For the two years since DeRuyter, the Falcons have played on their heels and let the opposition come to them. Comparing the '08-'09 seasons under DeRuyter to the '10-'11 seasons under Wallerstedt the Falcons went from averaging 19.0 points allowed per game to 24.8.
What is more telling is the disparity in turnovers since head coach Troy Calhoun has had to change defensive coordinators. in 2008, DeRuyter's second season as coordinator Air Force had a +13 in turnover margin. That increased to +22 in 2009. In Wallerstedt's first year the differential in turnovers dropped to +5 in 2010 and was 0 in 2011. From '08 to '09 the Falcons forced 64 turnovers. The past two years saw that number drop to 45. If Warren can instill a swarm to the football style in his players, the Falcon defense should be greatly improved this year.
What will be important is that Air Force maintains a high level of play throughout the season. Under Calhoun the Falcons have been able to get out to a good start going 14-6 in August/September through his first five seasons. That has virtually carbon copied into November/December at 15-7. It is October where the Falcons have struggled where they are a combined 12-11. October 2012 will be no different.
The month starts off with academy rival Navy coming into Falcon Stadium for an October 6th morning tilt on CBS. An evening road game to the high plains of Laramie awaits the following week. Next comes New Mexico in the only "soft spot" before a Friday night clash with conference newcomer Nevada on October 26th.
The Falcons should be pleased with a split of that four game stretch, but November does not promise anything this year. Air Force will be on the road three out of the four weeks and none of the games are gimmies.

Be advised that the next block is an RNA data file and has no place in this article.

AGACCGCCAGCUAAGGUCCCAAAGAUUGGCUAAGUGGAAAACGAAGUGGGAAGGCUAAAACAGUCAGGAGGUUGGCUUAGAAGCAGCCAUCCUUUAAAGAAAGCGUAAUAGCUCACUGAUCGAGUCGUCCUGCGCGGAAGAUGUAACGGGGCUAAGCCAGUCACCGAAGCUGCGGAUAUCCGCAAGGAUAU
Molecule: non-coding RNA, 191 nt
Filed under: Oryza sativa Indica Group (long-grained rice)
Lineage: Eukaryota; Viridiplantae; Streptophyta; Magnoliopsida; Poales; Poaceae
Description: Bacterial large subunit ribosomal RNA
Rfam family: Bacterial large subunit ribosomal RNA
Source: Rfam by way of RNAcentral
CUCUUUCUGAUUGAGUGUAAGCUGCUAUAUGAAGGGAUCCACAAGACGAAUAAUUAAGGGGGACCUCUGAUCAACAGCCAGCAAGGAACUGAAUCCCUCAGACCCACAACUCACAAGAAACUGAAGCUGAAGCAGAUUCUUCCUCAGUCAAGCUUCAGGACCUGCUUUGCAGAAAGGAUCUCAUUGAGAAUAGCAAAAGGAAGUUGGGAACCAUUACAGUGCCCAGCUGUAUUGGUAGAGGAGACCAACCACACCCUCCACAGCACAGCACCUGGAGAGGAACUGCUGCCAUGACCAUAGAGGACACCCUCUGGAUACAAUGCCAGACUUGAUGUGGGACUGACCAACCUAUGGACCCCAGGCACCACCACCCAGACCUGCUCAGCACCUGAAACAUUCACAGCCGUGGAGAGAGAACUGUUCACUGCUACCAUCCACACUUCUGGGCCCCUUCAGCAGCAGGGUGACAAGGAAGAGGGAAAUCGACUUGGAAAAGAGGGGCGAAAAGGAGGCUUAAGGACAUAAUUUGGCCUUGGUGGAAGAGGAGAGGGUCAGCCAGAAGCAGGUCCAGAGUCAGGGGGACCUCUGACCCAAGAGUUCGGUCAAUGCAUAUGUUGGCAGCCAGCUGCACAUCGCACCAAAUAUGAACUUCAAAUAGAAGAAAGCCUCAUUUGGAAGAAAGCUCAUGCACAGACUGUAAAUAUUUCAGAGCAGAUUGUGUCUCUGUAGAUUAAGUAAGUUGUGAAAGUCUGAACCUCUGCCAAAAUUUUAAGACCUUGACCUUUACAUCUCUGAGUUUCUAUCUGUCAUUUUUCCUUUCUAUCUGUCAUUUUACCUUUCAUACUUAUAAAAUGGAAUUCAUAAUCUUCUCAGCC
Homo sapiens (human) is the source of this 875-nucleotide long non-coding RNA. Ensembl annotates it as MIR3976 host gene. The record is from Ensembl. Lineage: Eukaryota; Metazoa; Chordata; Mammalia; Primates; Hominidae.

Trips to West Point and then San Diego come before a renewal of an old WAC rivalry with Hawaii the Friday before Thanksgiving. The season concludes when the aforementioned DeRuyter hosts his alma mater in Fresno, CA. Boise State is no where to be found in 2012.
Overall, Air Force is right where they have always been going into a new season. They are looking for players to step into roles left empty by former players with quality talent. It is a next man up mentality. It has always been. Ironically, it is also a common theme seen throughout the history of the United States military.
But will it translate into a winning season for the Air Force Academy? Given their recent history and Troy Calhoun's success in finding the right players and getting the most out of them, the Falcons should be going bowling for a sixth straight year. If the new talent turns into bright stars and the Falcons catch a few breaks (i.e. No game vs. BSU), a run at the conference title wouldn't be out of the question.